Blackrod is a Village  3.9 miles  north-northeast of Wigan and 6.6 miles west of Bolton

The name Blackrod derives from the Old English, blaec and rodu, meaning a “dark clearing”. The first mention of the town dates to 1189, when it was recorded as Blacherode. It has been suggested that “rod” may also mean Holy Rood (Cross of Christ).

There is a legend that the Romans built a fort on the northern side of the town, on what is now a residential area called Castle Croft. The A6 road built along the course of a Roman road runs below the hill on which the town sits.

The main industry of the town was coal mining (seven pits in 1869, which employed c 1000 people from the village), agriculture (thirty farms in 1902) and a weaving mill (built in 1906), but today only a few farms remain with the pits all closed. Today it is mainly a residential area, but still retains a Town Mayor andTown Council.

The population of Blackrod was 4975, from the 2001 Census, a rise of nearly 40% from the 1961 census. Population growth has been fuelled by the developments in the Greenbarn Way and Waterhouse Nook areas.

The Blackrod and Hulton Ridge is a gentle rolling ridge to the south of the Borough rising up from the lowland agricultural areas adjacent to the urban areas. Its altitude varies between approximately 120 metres rising to 165 metres above sea level.

The pattern of settlement within this area, which includes Blackrod and Westhoughton, has created a very linear landscape. It is further characterised by degraded agricultural land dissected by ribbons of development, which closely mirror the road network. Despite this, some of the largest remaining areas of open rural land in Bolton are located within this zone.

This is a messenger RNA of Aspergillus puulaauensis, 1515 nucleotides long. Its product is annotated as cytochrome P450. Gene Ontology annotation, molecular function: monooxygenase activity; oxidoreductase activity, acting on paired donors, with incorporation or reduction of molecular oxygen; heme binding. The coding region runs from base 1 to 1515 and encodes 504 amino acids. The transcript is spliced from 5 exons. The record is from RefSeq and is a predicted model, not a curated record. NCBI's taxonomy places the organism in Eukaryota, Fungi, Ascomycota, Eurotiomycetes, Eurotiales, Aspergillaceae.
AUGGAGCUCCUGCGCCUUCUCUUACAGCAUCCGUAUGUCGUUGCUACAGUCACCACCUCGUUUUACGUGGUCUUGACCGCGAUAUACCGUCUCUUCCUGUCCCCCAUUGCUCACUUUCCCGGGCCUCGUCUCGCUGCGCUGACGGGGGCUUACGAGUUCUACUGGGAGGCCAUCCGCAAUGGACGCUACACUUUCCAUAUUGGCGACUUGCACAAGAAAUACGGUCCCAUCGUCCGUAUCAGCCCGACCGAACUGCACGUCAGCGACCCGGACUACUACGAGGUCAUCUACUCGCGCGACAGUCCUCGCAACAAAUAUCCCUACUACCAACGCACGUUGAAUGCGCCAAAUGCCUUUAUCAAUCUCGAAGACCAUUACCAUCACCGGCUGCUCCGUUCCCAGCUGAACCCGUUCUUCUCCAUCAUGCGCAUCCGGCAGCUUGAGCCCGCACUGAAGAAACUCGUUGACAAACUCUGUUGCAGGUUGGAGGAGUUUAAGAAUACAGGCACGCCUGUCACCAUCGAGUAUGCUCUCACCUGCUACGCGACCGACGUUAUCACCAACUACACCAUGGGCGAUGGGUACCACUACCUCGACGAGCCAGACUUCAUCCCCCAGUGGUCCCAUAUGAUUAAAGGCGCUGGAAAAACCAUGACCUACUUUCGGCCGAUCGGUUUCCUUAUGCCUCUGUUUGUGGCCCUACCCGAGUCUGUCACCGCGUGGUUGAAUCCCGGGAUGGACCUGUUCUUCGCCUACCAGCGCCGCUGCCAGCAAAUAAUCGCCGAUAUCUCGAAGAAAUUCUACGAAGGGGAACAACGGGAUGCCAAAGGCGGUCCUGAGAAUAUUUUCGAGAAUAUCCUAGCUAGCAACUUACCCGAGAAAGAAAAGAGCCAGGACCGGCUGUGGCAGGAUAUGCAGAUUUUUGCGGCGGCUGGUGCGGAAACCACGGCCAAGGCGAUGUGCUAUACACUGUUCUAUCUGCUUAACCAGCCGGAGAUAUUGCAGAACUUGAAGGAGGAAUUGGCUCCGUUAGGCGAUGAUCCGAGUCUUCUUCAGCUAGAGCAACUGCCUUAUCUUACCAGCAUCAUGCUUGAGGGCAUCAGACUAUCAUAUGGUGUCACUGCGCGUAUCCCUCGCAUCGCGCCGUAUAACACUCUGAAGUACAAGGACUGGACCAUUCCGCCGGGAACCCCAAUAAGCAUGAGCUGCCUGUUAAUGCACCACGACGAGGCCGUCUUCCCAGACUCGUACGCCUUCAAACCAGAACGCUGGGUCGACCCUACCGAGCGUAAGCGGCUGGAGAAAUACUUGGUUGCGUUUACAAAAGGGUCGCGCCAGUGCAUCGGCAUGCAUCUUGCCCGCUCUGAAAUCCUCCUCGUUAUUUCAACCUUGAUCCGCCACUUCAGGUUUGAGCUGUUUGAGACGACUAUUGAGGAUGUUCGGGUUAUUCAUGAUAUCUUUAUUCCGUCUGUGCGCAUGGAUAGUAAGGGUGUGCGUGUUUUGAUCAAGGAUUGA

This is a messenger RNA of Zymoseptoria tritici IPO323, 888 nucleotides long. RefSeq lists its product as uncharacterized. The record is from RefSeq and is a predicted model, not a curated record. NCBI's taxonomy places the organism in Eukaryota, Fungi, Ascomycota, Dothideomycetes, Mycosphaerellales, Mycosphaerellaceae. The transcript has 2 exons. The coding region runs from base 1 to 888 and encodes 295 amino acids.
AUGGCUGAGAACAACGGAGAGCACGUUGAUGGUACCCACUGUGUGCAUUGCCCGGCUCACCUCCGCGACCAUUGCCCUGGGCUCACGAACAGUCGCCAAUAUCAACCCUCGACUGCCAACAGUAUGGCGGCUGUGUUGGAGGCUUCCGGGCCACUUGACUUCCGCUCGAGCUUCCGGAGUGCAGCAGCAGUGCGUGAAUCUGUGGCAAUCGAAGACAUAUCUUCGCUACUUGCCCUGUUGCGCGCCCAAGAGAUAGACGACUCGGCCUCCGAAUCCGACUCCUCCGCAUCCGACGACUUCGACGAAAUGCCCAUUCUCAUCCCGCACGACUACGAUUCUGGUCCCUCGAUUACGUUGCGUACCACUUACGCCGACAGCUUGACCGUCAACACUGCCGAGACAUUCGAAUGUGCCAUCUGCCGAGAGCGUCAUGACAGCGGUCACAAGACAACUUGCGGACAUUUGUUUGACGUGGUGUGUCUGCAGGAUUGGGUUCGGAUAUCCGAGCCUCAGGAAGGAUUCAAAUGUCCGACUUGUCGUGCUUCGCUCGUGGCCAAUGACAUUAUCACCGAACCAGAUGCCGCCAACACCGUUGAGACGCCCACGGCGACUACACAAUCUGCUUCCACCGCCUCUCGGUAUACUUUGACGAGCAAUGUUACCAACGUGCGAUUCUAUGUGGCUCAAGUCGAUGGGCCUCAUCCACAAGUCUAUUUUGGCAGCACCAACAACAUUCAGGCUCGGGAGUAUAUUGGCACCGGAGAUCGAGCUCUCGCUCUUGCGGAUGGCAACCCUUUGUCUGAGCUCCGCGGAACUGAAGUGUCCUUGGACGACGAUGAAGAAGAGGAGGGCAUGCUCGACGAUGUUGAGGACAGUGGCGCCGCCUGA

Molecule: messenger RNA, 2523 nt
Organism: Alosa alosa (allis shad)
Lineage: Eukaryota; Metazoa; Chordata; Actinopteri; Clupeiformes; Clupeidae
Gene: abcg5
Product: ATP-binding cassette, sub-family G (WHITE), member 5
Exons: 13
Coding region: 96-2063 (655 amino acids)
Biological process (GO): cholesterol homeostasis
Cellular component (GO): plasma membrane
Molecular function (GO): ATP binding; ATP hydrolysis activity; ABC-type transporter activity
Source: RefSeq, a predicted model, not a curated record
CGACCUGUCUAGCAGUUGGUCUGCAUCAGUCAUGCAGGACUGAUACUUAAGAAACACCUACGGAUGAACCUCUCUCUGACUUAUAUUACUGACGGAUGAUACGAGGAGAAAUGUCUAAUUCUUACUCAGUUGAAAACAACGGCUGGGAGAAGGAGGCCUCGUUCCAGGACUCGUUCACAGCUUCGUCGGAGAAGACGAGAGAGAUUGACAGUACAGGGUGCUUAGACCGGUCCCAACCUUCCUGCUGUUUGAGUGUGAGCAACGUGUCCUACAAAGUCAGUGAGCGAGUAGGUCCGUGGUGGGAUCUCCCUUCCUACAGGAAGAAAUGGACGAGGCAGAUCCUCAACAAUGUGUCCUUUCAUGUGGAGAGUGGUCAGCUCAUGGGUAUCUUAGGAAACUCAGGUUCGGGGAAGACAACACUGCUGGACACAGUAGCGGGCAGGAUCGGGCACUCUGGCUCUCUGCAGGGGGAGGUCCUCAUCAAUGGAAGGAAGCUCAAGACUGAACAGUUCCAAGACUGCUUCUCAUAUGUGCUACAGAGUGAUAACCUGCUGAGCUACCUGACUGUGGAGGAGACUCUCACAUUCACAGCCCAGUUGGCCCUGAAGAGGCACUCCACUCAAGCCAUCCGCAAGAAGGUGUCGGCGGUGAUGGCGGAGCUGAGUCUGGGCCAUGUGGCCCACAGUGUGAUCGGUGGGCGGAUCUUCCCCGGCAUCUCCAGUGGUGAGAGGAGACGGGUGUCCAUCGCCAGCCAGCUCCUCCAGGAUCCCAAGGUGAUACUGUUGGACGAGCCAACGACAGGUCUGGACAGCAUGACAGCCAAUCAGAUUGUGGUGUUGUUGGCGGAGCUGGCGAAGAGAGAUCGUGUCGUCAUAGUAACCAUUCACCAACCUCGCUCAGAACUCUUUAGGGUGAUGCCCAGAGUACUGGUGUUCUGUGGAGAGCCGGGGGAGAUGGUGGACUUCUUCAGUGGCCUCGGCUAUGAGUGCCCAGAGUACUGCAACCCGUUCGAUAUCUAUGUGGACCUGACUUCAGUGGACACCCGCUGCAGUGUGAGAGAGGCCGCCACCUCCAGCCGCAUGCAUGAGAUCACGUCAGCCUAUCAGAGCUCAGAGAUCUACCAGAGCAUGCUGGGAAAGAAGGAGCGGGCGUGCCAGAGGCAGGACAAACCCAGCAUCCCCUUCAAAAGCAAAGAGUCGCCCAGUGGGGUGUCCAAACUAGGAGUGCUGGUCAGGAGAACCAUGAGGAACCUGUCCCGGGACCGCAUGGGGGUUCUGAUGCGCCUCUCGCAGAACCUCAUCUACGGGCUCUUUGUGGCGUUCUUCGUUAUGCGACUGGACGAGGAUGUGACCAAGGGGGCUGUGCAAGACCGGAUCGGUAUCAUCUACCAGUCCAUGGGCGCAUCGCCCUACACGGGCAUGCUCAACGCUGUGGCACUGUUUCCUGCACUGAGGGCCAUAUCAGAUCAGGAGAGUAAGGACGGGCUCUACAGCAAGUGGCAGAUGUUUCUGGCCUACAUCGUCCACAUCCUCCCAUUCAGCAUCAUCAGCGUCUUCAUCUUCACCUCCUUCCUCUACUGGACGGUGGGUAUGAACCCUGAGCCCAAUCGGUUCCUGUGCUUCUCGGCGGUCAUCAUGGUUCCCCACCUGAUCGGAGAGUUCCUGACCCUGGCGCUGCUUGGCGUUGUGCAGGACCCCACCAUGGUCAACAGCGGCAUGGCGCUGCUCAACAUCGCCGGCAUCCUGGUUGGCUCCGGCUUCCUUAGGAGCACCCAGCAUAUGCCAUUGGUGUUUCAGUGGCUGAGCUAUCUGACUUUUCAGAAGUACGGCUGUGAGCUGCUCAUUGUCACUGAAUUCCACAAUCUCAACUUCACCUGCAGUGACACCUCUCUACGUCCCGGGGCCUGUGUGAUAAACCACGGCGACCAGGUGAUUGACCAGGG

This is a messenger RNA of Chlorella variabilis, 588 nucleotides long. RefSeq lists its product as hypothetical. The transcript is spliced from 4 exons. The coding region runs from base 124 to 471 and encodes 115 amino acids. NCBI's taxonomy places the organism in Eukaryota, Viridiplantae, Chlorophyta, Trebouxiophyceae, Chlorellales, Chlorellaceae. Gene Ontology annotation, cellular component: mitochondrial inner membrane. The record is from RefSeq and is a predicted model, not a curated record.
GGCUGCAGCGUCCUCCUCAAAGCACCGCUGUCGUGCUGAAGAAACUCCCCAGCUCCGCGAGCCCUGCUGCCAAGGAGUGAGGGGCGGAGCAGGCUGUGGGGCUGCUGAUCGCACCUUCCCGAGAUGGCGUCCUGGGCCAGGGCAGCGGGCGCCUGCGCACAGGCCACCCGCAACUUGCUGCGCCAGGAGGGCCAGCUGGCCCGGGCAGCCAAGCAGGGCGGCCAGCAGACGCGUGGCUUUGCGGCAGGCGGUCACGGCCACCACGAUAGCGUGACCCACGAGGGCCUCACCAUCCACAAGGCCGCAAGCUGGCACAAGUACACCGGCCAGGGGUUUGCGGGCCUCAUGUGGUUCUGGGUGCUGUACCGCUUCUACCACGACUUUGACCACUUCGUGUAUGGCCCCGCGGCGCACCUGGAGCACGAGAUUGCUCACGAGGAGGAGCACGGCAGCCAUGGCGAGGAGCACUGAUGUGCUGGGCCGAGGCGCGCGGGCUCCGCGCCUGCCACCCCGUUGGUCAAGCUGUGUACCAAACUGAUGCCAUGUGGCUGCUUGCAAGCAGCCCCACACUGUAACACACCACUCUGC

The landscape type reflects a history of coal mining in the area. It is an elevated landscape of gently sloping hills and valleys falling to the Mersey Valley in the south. It is further typified by low grade agricultural land with flashes which provide physical evidence of subsidence from former mine workings. The area is also characterised by a scattering of small ponds and broadleaved woodland. The broadleaved woods in this part of the Borough play a significant part in defining local landscapes. ”The ponds are of particular importance for supporting a European Protected Species, the great crested newt. This particular ‘pondway’ across southwest Bolton, Wigan and Salford is considered important in a regional context.

The valley at Blackrod in particular has been visually damaged by the construction of the Blackrod bypass. Furthermore, it has been dissected from the remainder of the Borough by the M61 motorway, and the railway lines, creating thin strips of agricultural and recreation land separated by the transport routes. As examples of older transport routes, the presence of the Leeds–Liverpool canal not only visually enhances the northern extremes of this landscape character area with its related features such as bridges. It is now a valuable recreation resource and is afforded protection for its nature conservation value.The area is afforded protection in the UDP by both green-belt and landscape character status.

Bolton Council’s Core Strategy, identifies the importance of the area in policy OA1

6 Ensure Protected Open Land around Horwich and Blackrod remains undeveloped, except to the west of Horwich Loco Works where development will be allowed to support the regeneration of the Loco Works site.

11 Ensure that new development does not harm the landscape setting and protects views from public areas to the surrounding landscape.

Blackrod Wikipedia

Landscape Character Appraisal of Bolton

Bolton’s Core Strategy